However, while hospitalized the patient developed diffuse abdominal pain, abdominal distension, and worsening constipation.

An abdominal x-ray showed mild ileus. “CT abdomen with contrast was done which suggested constipation without obstruction or ‘significant’ ileus,” the authors explain. A colonoscopy was also normal.

The woman was also diagnosed with Syndrome of Inappropriate Anti-diuretic Hormones (SIADH) based on a sodium of 129 and typical urine findings.

Abdominal pain, gastrointestinal problems in Lyme disease

The authors highlight several studies demonstrating a range of gastrointestinal problems, including abdominal pain, associated with Lyme disease.

“There have been many case reports in the past highlighting the atypical presentation of Lyme disease including, but not limited to pseudo-obstruction, constipation, back pain radiating to abdomen (radiculoneuritis) known as Bannwarth Syndrome as a manifestation of autonomic dysfunction related to neuroborreliosis,” the authors explain.

This patient also suffered from anorexia with a loss of 14 pounds. One study found that 23% of 314 patients with early Lyme disease suffered from anorexia.

Meanwhile, Shamim et al. reported two cases of patients who presented with severe constipation and hyponatremia in addition to other features of Lyme disease.

Lyme neuroborreliosis has also been reported as “the culprit of chronic intestinal pseudo-obstruction” in other studies, the authors explain. “The patients can develop worsening constipation and obstipation as diagnosis and treatment is delayed, leading to diffuse bowel dilation in the absence of mechanical obstruction.”

Lastly, “There have been a few case reports of SIADH associated with neuroborreliosis,” writes Zulfiqar.

Authors’ Conclusion: Lyme disease should be suspected in patients who are from Lyme endemic areas and present with abdominal pain, constipation and SIADH with or without cranial nerve palsy.

The following questions are addressed in this podcast episode:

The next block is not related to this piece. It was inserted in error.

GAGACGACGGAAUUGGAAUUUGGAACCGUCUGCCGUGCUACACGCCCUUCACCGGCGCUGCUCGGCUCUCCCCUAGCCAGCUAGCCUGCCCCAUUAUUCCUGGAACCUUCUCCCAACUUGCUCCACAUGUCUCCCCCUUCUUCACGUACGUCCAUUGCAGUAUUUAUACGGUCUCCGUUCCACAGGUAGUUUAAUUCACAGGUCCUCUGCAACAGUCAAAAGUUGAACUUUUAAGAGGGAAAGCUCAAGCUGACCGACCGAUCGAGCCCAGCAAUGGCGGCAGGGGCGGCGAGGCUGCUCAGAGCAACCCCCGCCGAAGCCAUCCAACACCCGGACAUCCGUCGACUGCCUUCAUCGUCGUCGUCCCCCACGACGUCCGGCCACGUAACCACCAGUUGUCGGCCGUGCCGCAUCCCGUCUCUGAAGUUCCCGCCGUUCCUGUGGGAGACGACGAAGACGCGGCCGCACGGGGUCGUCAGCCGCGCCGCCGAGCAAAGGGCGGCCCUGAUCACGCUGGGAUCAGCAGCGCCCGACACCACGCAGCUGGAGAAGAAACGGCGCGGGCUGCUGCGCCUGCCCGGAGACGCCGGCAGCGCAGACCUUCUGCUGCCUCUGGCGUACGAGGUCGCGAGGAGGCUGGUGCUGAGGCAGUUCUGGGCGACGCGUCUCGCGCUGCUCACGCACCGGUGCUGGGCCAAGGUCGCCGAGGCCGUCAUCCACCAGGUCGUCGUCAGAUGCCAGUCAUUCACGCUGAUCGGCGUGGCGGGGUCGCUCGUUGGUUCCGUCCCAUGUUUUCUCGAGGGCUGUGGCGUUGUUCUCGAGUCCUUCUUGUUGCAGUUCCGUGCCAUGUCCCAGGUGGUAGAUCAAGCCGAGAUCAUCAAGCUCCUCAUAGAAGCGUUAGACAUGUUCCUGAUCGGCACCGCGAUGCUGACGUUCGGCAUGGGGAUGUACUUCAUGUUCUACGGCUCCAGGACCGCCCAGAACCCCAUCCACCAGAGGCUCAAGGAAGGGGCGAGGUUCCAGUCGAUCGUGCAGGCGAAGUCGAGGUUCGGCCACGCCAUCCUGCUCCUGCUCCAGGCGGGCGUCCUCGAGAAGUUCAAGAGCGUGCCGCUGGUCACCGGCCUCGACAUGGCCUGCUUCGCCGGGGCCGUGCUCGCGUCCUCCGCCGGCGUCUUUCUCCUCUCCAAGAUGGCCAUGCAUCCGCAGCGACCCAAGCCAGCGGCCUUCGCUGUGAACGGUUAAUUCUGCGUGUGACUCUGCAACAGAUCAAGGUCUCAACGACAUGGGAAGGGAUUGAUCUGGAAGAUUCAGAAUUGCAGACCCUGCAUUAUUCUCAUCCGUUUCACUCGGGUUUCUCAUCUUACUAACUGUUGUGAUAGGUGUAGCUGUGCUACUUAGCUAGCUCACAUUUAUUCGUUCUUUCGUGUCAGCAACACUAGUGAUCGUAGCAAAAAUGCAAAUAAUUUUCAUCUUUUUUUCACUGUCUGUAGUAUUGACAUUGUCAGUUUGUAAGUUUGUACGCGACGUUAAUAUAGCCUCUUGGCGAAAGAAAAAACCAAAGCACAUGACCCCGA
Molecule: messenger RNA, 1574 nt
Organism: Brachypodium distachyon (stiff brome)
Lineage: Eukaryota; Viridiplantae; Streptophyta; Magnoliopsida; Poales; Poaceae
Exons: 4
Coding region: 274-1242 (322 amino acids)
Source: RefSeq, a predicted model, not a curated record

1. Why was a stroke initially considered?
  2. Why was herpes zoster suspected?
  3. What are the causes of 7th nerve palsy?
  4. What is SIADH?
  5. What is ileus?
  6. What is Bannwarth Syndrome?
  7. How are GI issues related to autonomic dysfunction?

    Thanks for listening to another Inside Lyme Podcast. You can read more about these cases in my show notes and on my website @DanielCameronMD.com. As always, it is your likes, comments, reviews, and shares that help spread the word about Lyme disease. Until next time on Inside Lyme.

Please remember that the advice given is general and not intended as specific advice to any particular patient. If you require specific advice, then please seek that advice from an experienced professional.

Inside Lyme Podcast Series

This Inside Lyme case series will be discussed on my Facebook page and made available on podcast and YouTube.  As always, it is your likes, comments, and shares that help spread the word about this series and our work. If you can, please leave a review on iTunes or wherever else you get your podcasts.

References:
  1. Zulfiqar S, Qureshi A, Dande R, Puri C, Persaud K, Awasthi S. The many manifestations of a single disease: neuroborreliosis. J Community Hosp Intern Med Perspect. Jan 26 2021;11(1):56-59. doi:10.1080/20009666.2020.1831746